New assistant coach working with former teammates

I recently received the following email seeking some advice. I present it here, with my reply below, in hopes of generating some discussion. I know there are a number of current and/or former collegiate assistant coaches who read the blog. Hopefully, we can get something going based on different kinds of experience.

I recently graduated in December and was offered to be the assistant women’s volleyball coach. I am in an awkward transition from being a student athlete to now coaching my former teammates. I have coached club volleyball for the last 5 or 6 years, but I have never coached at the college level. I am a member of the AVCA and submitted an application to receive a mentor, but they are unable to match me just yet. Do you have any advice by chance? Thank you and I look forward to hearing from you!

It can definitely be a challenge to have to coach former teammates. I did a bit of it back when I was doing a little coaching after high school, but mainly I was a drill facilitator rather than someone providing real coaching. Though I did push to try to develop a quick attack, which is something at that stage the coach wasn’t really interested in pursuing (much to my frustration!)

If you’re working with a head coach who has a pretty strong presence with the team then things probably won’t be too difficult for you with respect to your former teammates. They will just see you as being Coach’s helper more than actually being someone who’s telling them what to do. That’s not a bad thing. It makes it really easy for you to taking a learning approach.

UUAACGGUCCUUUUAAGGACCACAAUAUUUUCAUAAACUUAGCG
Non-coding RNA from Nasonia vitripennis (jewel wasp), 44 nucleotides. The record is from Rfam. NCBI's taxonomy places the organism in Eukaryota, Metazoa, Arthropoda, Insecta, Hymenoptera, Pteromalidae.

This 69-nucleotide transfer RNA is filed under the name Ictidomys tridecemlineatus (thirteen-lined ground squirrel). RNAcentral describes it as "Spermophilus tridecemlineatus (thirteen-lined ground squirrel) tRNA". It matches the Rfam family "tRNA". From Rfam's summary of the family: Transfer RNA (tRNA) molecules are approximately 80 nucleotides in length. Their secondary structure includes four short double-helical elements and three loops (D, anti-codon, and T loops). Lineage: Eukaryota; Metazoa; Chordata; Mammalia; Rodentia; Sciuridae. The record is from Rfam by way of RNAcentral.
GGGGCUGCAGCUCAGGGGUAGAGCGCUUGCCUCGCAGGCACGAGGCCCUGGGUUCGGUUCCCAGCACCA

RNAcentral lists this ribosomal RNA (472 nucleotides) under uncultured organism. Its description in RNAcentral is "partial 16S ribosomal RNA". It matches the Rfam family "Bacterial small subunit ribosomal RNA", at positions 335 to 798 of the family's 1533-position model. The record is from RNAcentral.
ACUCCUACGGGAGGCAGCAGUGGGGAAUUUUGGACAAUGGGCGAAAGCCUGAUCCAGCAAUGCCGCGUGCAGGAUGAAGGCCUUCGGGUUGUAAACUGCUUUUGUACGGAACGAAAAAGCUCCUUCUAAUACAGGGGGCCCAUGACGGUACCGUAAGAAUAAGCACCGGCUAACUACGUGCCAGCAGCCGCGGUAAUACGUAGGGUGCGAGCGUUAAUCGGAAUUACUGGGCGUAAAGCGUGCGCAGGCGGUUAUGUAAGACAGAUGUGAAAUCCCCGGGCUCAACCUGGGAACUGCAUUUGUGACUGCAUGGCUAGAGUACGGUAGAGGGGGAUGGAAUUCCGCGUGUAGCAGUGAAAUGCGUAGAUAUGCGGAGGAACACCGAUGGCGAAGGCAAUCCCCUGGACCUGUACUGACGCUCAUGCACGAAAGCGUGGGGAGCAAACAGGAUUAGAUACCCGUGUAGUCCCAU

Either way, though, I think the key for you developing a good working relationship with them is taking a “providing information” angle on your interactions. By that I mean try to avoid coming off as telling them what to do. That could be tough for former teammates to take. Instead, try to think of the sorts of things you wanted to hear from your coaches – scouting information, stats on their play, video of what they’re doing, encouragement, a kick in the butt at the right time, etc.

Potentially the biggest challenge will be developing a professional relationship with your former teammates. You can have a friendly relationship with them, but you can’t be their buddy anymore. You’re their coach now. Yes, assistant coaches tend to be closer to the players in that regard, but there are boundaries which you have to establish and maintain. You need to be able to view them objectively and work with them without personal entanglements which can create all kinds of problems.

Definitely talk with your head coach about this stuff. They should be able to help guide you.

And one last thing. A coaching staff is like a set of parents. It should always present a unified front to the team. That means you do not contradict the head coach or another assistant in front of the team, and you never do anything which might damage another coach’s standing with the team – or anyone else, for that matter.